Cream: The BBC Sessions
Some fit of nostalgia possessed me to pick up the album “Cream: The BBC Sessions.” These live, in-studio performances are all pretty tightly crafted, yet raucous, sticking generally to the length of their studio work—unlike the 10+ minute excursions they sometimes fell into. Its great to hear any new material of this quality after all these decades.
The liner notes point out that because of copyright restrictions the BBC wasn’t allowed to play album tracks and so got around this by having groups perform the songs for later broadcast. The album collects several such sets from 1966 through 1968, covering mostly material from “Fresh Cream” and “Disraeli Gears”, so you can sense their move from power blues into psychedelia.
There’s a really early take of “Crossroads” from 1966, before “Fresh Cream” had even been released. It’s a great rough version, not yet the tour de force Clapton famously put on display on the live portion of “Wheels of Fire”. He really opens up on a few tracks such as “Outside Women Blues” and “SWLABR”. The notes also mention a missing version of “Spoonful” from these sessions which is a real shame; I’ve always thought the solo work Clapton did on the studio version was way ahead of its time. I found this nice analysis:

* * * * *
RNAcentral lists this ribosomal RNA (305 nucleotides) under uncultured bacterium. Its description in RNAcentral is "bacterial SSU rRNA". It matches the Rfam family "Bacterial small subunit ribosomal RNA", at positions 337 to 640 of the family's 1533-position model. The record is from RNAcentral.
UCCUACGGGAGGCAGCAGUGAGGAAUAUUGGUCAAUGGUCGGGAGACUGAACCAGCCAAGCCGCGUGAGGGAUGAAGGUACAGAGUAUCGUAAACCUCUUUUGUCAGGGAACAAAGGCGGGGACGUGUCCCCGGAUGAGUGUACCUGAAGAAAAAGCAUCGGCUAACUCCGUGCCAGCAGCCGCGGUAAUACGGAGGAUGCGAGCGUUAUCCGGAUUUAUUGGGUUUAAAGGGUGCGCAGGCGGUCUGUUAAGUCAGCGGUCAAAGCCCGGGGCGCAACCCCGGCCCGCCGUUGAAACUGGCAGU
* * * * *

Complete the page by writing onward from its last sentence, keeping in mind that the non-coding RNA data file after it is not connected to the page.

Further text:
Fresh Cream’s ‘Spoonful’ revealed his mastery of and ease with the quick release, which is heard at the climax point of the ‘Spoonful solo’. Here he creates anticipatory tension with the hanging second string stretch vibrato (E note) on the 15th fret and then rips into a fast minor modal riff that leads the listener back into a series of lashing bends and sharply picked notes, using hammer-ons and other finger tonalities, while slowly descending and tapering off to the close. This type of solo is masterful in its construction, execution, emotional intensity and attack.
This bit of video captures Clapton, Bruce and Baker at their peak, performing a blistering version of “Crossroads”:
Cream at the Royal Albert Hall, November 26th, 1968.
It always amazes me when I stop and realize that Clapton was barely 20 years old when these earliest recordings where made, and was not yet 23 when he set down his definitive solo at the Winterland Ballroom in March of 1968.